Member Spotlight: Fan of the Footlights
Longtime SHN member Muriel Kaplan explains what it’s like to have the theater in your DNA.
There are die-hard theater buffs the world over. People who are devoted to drama, gaga for greasepaint. People who live and breathe the stage.
And then there’s Muriel Kaplan.
Kaplan, a recently retired attorney who lives in Oakland, is such an avid theatergoer that, as she readily admits, she’ll never get enough. She sometimes goes to the theater three times a week, often seeing different productions of the same play. Phantom of the Opera is one of her all-time favorites; she has seen it nine times. She guesses that she’s seen Hair eight times. She’s been an SHN member for at least 15 years, with a seat on the aisle in the sixth row that she has no intention of ever giving up.
“SHN shows are consistently colorful and have such high energy,” she says. “I love musical theater, and SHN does the best in big-time musical productions.”
Luckily for Kaplan, her season tickets to SHN help to satiate—well, almost—her obsession.
Kaplan grew up in New Jersey and attended Yeshiva University’s Cardozo Law School in Greenwich Village. She spent her free time going to Broadway and Off-Broadway shows, sometimes arriving at the box office at the last minute in case tickets were available. The play, she says, that was her point of no return—the show that resonated with her so deeply that she was completely, irrevocably hooked—was Pippin.
“It was in the 1970s, and I felt like I was in the exact same period of my life as Pippin was,” she explains. “He was asking, ‘What’s it all about? Where am I going?’ And so was I. Pippin just pierced right through me. Without a doubt it was the first influential theatrical event of my life.”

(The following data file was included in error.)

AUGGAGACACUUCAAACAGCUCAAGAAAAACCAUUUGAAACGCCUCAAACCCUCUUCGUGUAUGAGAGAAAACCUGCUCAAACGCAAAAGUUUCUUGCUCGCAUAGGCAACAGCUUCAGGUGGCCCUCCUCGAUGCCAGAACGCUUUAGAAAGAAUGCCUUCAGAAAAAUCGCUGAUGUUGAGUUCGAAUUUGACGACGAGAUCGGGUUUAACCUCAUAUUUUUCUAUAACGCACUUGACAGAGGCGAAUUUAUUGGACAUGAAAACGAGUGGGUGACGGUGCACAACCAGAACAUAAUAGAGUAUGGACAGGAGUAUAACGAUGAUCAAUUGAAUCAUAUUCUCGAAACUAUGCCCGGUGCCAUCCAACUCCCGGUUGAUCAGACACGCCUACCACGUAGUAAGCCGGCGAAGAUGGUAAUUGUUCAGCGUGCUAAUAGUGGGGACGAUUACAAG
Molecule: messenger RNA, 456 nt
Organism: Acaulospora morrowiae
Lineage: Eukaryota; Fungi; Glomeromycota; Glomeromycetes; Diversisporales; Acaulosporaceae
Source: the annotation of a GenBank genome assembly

Kaplan’s experience at Pippin also informed how she has approached ticket buying ever since. Her seat was in the balcony. “I felt like I was too far away, and I needed to be right in the middle of the action so I could see every expression, every nuance, every detail,” she says. “So now I always get as close as I can.”
Kaplan studied modern dance, had a company that produced soft sculpture, and now works in leaded and fused glass. As she pursued a full-time career as a lawyer with a specialty in employee benefit litigation, her love of the arts never waned. She maintains subscriptions to half a dozen Bay Area theaters as well as the opera, and spends a week every year with friends and family at the Oregon Shakespeare Festival at Ashland, where, she says, she sees plays “twice a day, almost every day.”
In fact, the theater is so essential to Kaplan’s life that when she got married in 1998, she chose the overture from Phantom of the Opera for her wedding march and modeled her hat and gown after Dolly Levi’s extravagant costumes from Hello, Dolly! (She even persuaded her husband to get Dolly-ized for the wedding in a vintage morning coat and bowler hat.) “Hello, Dolly! is part of my very fiber,” Kaplan says. “So it seemed obvious to include it in our wedding.”
Now that she’s retired, Kaplan is eager to devote even more time to supporting the theater and seeing the latest productions. And SHN, she says, makes it easy to do so because it brings the best of Broadway to the Bay Area. “I’m a night person,” she says, “so I’m able to see everything that sounds fabulous or provocative. And more!”
And, knowing Kaplan, that sounds about right.